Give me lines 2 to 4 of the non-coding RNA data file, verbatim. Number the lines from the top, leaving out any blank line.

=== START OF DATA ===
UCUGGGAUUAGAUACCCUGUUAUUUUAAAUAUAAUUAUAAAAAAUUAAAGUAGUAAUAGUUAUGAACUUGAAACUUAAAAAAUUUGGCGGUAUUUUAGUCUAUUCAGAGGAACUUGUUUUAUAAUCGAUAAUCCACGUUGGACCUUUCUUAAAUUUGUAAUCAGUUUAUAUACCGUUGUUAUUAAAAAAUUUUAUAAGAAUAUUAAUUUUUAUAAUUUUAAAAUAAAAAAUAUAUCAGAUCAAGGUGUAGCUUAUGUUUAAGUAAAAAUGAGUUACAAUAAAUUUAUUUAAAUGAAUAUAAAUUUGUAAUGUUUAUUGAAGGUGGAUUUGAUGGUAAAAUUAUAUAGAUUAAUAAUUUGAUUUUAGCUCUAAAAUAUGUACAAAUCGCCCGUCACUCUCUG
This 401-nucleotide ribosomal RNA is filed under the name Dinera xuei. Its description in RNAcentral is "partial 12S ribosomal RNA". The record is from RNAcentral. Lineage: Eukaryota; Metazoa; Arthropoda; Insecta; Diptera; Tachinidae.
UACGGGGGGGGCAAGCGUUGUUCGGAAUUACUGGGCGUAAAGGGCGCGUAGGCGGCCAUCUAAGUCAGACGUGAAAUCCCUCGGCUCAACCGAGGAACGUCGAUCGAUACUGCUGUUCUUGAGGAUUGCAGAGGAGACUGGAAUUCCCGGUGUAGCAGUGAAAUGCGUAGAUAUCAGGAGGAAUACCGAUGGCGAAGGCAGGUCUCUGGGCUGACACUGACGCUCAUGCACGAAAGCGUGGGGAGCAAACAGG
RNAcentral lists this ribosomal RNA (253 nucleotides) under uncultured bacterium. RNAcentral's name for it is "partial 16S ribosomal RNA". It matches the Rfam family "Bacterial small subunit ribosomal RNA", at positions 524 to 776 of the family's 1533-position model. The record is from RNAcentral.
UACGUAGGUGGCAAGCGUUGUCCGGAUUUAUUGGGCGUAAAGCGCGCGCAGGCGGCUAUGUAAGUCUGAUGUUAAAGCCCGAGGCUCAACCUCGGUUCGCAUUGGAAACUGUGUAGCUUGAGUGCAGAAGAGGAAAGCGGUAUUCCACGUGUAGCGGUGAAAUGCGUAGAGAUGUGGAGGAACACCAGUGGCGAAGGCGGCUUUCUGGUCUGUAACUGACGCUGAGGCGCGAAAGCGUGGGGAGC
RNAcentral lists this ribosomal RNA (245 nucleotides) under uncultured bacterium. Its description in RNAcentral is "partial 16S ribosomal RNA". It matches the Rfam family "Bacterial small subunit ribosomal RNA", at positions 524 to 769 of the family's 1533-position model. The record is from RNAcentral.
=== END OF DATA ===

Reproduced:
This 401-nucleotide ribosomal RNA is filed under the name Dinera xuei. Its description in RNAcentral is "partial 12S ribosomal RNA". The record is from RNAcentral. Lineage: Eukaryota; Metazoa; Arthropoda; Insecta; Diptera; Tachinidae.
UACGGGGGGGGCAAGCGUUGUUCGGAAUUACUGGGCGUAAAGGGCGCGUAGGCGGCCAUCUAAGUCAGACGUGAAAUCCCUCGGCUCAACCGAGGAACGUCGAUCGAUACUGCUGUUCUUGAGGAUUGCAGAGGAGACUGGAAUUCCCGGUGUAGCAGUGAAAUGCGUAGAUAUCAGGAGGAAUACCGAUGGCGAAGGCAGGUCUCUGGGCUGACACUGACGCUCAUGCACGAAAGCGUGGGGAGCAAACAGG
RNAcentral lists this ribosomal RNA (253 nucleotides) under uncultured bacterium. RNAcentral's name for it is "partial 16S ribosomal RNA". It matches the Rfam family "Bacterial small subunit ribosomal RNA", at positions 524 to 776 of the family's 1533-position model. The record is from RNAcentral.